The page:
ONA19 recap: Learning as much as I taught

ONA19 recap: Learning as much as I taught

For the second consecutive year, I programed a unique experience for myself at the Online News Association’s annual conference. Instead of attending the prearranged sessions, I spent my time on more personal learnings.

The twofold goal was to expand my skills as a newsroom leader and spend personal time with peers or superiors from a variety of organizations.

In this, I was successful.

By sleeping just four hours per night (I’m tired today), I was able to fill social time with meetings — I spoke with consultants, digital content experts, news directors, corporate managers and educators — but the vast majority of my time was spent refining key leadership and management skills.

I was privileged to attend the conference again as a mentor for the Online News Association’s Student Newsroom and Innovation Lab, and to take on two additional roles within that program. Beyond working with my assigned mentee, I was the social media editor for all 20 students and guided a squad of students and mentors on a shared project.

I must admit, this year in the newsroom started with another case of imposter syndrome. I worried that I hadn’t had the time to properly prepare myself to sit alongside experienced leaders and educators at the front of the room.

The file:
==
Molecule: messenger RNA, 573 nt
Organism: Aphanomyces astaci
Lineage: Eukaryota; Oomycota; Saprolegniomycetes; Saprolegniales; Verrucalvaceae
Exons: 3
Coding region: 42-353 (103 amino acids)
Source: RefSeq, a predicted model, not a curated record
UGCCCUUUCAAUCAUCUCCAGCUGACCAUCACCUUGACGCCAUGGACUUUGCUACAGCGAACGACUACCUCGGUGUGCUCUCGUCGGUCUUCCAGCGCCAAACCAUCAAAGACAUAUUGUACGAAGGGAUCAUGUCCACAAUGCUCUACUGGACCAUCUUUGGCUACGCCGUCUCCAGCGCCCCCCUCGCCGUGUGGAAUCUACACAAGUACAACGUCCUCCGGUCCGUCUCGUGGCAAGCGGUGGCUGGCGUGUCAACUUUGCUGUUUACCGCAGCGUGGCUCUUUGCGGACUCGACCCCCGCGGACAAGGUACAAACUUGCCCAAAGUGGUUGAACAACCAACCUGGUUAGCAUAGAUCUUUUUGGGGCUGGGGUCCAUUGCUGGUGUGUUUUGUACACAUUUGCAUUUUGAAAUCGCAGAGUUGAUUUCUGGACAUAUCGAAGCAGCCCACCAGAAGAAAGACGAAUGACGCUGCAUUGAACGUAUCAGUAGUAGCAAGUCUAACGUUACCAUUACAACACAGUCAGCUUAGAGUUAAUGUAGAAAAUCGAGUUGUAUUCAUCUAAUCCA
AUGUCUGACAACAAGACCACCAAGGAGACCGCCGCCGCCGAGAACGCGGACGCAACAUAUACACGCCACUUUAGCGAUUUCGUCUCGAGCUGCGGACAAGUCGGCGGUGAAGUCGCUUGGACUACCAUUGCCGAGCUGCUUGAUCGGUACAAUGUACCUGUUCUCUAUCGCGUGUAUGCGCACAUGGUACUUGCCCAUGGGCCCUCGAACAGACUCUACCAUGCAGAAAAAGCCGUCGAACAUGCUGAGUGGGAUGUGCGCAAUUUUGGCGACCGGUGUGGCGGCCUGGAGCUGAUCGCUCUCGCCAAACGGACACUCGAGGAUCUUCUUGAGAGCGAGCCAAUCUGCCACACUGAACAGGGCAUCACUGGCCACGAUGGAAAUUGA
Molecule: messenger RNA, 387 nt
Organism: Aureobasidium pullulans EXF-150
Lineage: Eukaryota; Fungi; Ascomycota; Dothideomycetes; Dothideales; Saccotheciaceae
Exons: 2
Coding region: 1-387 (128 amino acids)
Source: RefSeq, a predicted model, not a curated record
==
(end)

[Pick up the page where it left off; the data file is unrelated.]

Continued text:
As I watched the other newsroom leaders edit students’ work on the first afternoon, that feeling deepened. I heard the other leaders obsessing over details of the authors’ original intent and feared I wasn’t mentally prepared to do the same.

But, as I listened, my instincts began to find the rhythm of the room.

I realized that by letting me overhear the conversations at the highest level of this program, these experienced educators were teaching me as much as they were teaching the students. Eventually, I was able to find my footing and that flow of the newsroom returned to my bones.

When I was rowing, we called that feeling “swing.”

In those moments, I found myself attuned to the fact that the feedback I was sharing with students became more concise and helpful with each attempt (at least I hope it was!). As a result, my feeling of being scatterbrained transformed into a sense of being at the center of it all.

When it all ended, my back hurt from being hunched over laptops (old man problems!) and my eyes were bloodshot with lack of sleep, but the experience could be counted as nothing less than a very educational success — for myself and, I hope, for the students.

They published more than 40 items on the website, and hundreds of more on social media, with tens of thousands of cumulative views.

The experience also left me looking toward the future with a renewed sense of wonder for all the opportunities, tests and experiences still to come.

Some examples of the innovative work, which I helped to oversee: